The Divine Flame

The divine flame will consume us

At the very first moment we decide to turn to God, our heart begins to be warmed by the action of the Holy Spirit. Our heart is kindled with the divine flame that will transform us. This flame will consume us completely, and will melt everything of a fallen nature within us. Once this flame of divine love has been actualized within our heart, we must do nothing that would allow it to be extinguished. We must cooperate with the Fire of God, and let it completely consume us.

We must let all our effort be focused on this spiritual transformation that begins in our heart. We must not let anything take center stage over this action by God that is meant to save us. From a little flame, this fire will burn in our heart, and nothing of our fallen nature will be able to withstand it. This flame will transform our whole being, for the action of the Holy Spirit will transport us into God’s Kingdom, the Kingdom which resides within.

Love in Christ,
Abbot Tryphon

Photo: An icon of Blessed Dimitry of Santa Rosa, my spiritual father of blessed memory. The icon was painted by Shayne John Swenson.

Saturday February 23, 2019 / February 10, 2019
Week of the Publican and the Pharisee. Tone five.
Fast-free Week. Fast-free
Hieromartyr Charalampus, bishop of Magnesia in Thessaly, and Martyrs Porphyrius and Baptus (202).
New Hieromartyrs Peter and Valerian priests (1930).
New Martyr Anatole (Greesiuk), metropolitan of Odessa (1938).
St. Anna of Novgorod, wife of Yaroslav I (1050).
Venerable Prochorus of the Kiev Caves (1107).
Venerable Longinus, monk, of Koryazhemka (Vologda) (1540).
St. Galina (III).
Martyrs Ennatha, Valentina, and Paula of Palestine (308).
Icon of the Most Holy Theotokos of Areovindus (“Fiery Vision”).
Synaxis of Novgorod Hierarchs: Sts. Joachim (1030), Luke the Jew (1058), Germanus (1095), Arcadius (1162), Gregory (1193), Martyrius (1199), Anthony (1232), Basil (1352), Moses (1362), Symeon (1421), Gennadius (1504), Pimen (1571), and Athonius (1648).
St. Anastasius II, archbishop of Jerusalem (706) (Greek).
Martyr Charalampus (another) and three women companions (Greek).
St. Scholastica of Italy, sister of St. Benedict (543).
St. John Chimchimeli of Bachkovo and Gremi (13th c.) (Georgia).
St. Merwinna, abbes of Romsey..

The Scripture Readings

2 Timothy 3:1

Perilous Times and Perilous Men

3 But know this, that in the last days perilous times will come:

Luke 20:46-21:4

46 “Beware of the scribes, who desire to go around in long robes, love greetings in the marketplaces, the best seats in the synagogues, and the best places at feasts, 47 who devour widows’ houses, and for a pretense make long prayers. These will receive greater condemnation.”

The Widow’s Two Mites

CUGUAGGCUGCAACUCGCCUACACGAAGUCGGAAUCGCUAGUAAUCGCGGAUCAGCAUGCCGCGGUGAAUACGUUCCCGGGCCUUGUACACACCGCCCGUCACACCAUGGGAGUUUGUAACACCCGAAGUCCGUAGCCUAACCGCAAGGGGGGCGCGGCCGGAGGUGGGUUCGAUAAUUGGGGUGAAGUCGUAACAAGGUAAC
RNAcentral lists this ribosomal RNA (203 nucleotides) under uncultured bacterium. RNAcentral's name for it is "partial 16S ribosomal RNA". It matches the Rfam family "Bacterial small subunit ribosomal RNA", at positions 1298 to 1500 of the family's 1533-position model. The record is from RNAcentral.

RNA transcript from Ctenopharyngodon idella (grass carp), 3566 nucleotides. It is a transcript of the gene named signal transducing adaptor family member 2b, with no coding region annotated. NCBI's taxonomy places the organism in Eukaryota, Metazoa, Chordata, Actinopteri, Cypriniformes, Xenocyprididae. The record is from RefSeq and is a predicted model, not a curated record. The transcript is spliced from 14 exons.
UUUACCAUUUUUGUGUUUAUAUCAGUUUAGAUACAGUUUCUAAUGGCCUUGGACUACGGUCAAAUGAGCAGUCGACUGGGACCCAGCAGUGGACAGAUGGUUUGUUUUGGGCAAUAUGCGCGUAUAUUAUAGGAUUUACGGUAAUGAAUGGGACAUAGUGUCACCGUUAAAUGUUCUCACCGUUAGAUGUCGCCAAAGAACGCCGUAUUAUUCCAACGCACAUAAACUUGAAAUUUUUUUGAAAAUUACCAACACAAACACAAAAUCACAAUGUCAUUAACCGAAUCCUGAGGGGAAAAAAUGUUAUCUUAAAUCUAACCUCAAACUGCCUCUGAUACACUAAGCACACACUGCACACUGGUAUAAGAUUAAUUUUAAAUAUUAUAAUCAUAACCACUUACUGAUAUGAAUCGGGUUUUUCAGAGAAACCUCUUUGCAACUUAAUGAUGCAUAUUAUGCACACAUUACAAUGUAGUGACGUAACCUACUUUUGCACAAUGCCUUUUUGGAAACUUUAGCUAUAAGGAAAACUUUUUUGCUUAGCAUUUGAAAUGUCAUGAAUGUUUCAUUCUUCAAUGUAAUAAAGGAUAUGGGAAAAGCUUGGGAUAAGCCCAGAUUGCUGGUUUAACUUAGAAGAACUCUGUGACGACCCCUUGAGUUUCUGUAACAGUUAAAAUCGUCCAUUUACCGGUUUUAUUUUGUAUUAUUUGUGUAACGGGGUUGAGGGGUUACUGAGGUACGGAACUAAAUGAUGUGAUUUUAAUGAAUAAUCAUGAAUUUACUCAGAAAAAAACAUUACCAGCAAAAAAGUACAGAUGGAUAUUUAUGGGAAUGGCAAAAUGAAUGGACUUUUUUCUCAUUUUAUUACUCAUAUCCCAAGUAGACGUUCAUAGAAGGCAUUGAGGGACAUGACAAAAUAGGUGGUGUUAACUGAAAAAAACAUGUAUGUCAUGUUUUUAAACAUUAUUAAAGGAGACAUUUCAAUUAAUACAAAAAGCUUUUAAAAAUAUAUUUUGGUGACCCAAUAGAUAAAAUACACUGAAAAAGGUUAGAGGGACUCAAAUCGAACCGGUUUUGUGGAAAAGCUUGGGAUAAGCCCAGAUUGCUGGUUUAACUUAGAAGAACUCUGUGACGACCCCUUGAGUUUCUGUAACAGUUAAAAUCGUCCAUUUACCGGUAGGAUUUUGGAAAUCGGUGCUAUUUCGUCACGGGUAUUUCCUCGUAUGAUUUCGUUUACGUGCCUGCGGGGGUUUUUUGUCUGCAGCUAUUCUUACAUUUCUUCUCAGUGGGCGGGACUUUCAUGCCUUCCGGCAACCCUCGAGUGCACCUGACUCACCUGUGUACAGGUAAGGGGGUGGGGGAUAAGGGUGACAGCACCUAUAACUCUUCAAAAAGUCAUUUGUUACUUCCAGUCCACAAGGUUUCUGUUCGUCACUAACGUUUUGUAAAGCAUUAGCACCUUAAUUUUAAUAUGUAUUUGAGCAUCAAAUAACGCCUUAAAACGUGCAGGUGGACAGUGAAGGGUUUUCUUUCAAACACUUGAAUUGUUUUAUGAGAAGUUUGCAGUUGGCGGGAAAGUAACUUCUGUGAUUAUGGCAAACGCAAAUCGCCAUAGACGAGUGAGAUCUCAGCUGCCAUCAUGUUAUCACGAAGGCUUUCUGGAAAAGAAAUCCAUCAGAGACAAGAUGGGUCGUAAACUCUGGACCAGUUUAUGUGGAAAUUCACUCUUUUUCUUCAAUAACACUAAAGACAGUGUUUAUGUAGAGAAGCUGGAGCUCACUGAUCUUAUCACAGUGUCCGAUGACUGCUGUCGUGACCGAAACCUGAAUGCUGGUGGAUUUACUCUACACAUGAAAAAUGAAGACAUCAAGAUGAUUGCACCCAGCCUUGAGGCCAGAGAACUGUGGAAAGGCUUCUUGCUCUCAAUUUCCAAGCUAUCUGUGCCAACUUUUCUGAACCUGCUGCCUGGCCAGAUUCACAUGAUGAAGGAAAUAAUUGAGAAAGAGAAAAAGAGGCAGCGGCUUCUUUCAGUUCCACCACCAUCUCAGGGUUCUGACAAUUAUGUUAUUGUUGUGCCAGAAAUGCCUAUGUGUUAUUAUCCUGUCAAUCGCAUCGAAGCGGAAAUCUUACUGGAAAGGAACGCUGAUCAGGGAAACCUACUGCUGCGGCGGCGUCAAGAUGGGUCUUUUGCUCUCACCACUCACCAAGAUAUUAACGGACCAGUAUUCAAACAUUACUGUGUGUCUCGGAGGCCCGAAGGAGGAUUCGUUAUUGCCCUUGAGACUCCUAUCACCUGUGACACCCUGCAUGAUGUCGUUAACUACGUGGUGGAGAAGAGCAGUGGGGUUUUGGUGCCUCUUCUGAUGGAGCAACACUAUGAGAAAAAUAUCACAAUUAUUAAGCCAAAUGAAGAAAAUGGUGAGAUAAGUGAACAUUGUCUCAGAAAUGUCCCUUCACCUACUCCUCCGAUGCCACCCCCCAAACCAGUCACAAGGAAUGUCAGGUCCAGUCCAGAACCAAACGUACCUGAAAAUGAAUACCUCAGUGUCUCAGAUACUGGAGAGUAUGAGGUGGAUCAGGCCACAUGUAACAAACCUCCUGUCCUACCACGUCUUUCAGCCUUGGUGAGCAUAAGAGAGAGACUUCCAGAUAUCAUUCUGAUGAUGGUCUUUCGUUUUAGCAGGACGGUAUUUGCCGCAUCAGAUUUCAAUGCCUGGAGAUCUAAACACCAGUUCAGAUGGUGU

21 And He looked up and saw the rich putting their gifts into the treasury, 2 and He saw also a certain poor widow putting in two mites. 3 So He said, “Truly I say to you that this poor widow has put in more than all; 4 for all these out of their abundance have put in offerings for God, but she out of her poverty put in all the livelihood that she had.”

Abbot Tryphon

About Abbot Tryphon

The Very. Rev. Abbot Tryphon All-Merciful Saviour Monastery on Vashon Island, Washington. The Monastery is under the omophore of The Most Rev. Archbishop Kyrill of San Francisco and Western America, of the Russian Orthodox Church Outside of Russia. Situated in the heart of a beautiful forest, surrounded by the Salish Sea, the monastery is reached by ferry from either Seattle, or Tacoma, Washington.


  1. Father, is that the recently reposed who was a military chaplain and whose son now serves in Santa Rosa? I ask because I believe he was born in Shenandoah PA, which is in my neck of the woods.

    1. No, Blessed Dimitry was from Russia, and had escaped from Valaam Monastery as the Red Army was advancing. You are referring to Archpriest Michael Margitich, a dear man whom I knew, the father of Archpriest Lawrence Margitich. Father Michael was a gifted preacher, and a man of wondrous love. May his memory be eternal. Father Lawrence and his wonderful wife, Matushka Ann, are dear friends of mine. Matushka Ann is one of the great iconographers of our day, and painted all the icons on our monastery’s iconostasis.

      1. This post resonates with me for 2 reasons; I’ve recently denounced my atheistic philosophy and turned to god, and I also repair fireplaces for a living. I appreciate the fire metaphor and I pray God will help kindle the new found flame in my heart. Thank you for all you do, Father and I hope to visit the Vashon monastery soon!

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